Kitaoka A, 2010, "The Fraser illusion family and the corresponding motion illusions" Perception 39 ECVP Abstract Supplement, page 178
The Fraser illusion family and the corresponding motion illusions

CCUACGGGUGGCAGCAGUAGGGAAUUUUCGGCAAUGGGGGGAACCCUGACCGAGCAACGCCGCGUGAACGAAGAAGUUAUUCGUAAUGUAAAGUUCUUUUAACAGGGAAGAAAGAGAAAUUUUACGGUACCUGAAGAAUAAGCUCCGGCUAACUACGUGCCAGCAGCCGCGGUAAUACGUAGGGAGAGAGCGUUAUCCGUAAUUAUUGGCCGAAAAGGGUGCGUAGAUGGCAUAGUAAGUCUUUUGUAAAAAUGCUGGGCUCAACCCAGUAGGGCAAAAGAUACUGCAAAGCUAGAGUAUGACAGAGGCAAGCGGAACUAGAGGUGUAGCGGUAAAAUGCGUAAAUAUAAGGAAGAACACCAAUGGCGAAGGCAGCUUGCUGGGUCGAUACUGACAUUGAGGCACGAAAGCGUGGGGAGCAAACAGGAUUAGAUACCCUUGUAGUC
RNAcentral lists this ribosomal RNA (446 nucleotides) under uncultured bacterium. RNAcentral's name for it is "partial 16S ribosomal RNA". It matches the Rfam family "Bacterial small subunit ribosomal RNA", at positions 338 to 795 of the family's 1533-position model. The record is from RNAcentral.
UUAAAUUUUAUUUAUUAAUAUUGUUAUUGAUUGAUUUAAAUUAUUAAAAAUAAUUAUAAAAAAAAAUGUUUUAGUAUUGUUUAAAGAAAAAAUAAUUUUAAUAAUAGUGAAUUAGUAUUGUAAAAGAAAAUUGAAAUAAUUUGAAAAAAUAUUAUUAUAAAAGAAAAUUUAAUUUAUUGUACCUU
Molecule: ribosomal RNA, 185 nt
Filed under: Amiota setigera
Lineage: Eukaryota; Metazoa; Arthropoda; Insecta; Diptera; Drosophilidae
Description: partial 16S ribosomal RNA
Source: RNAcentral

It is demonstrated that the Fraser illusion (Fraser, 1908 British Journal of Psychology 2 307-320), known as one of the classic tilt illusions or as the name of ‘twisted cords’, is a member of the ‘Fraser illusion family’, which includes of six types of tilt illusions. In the family, there are two factors to classify the six illusions. One is whether inducers are obliques or ‘shifted horizontals’. The other is whether inducers are only lines, only edges, or mixture of lines and edges. When inducers are oblique lines, the Fraser illusion appears. When inducers are oblique edges, the image shows the illusion of oblique edges (Kitaoka, 2007 Japanese Psychological Research 49 7-19). When inducers are made up of oblique lines and edges, the ‘Café Wall Fraser’ illusion (Fraser, 1908) is obtained. In contrast, when inducers consist of horizontal lines and edges, the ‘Fraser Café Wall’ illusion (Fraser, 1908) is shown. When inducers are shifted lines, the illusion of shifted lines (Kitaoka, 2007) appears. When inducers are shifted edges, the illusion of shifted edges (Kitaoka, 2007) is observed. A close relationship between this family of geometrical illusions and a series of motion illusions including reversed phi is discussed.
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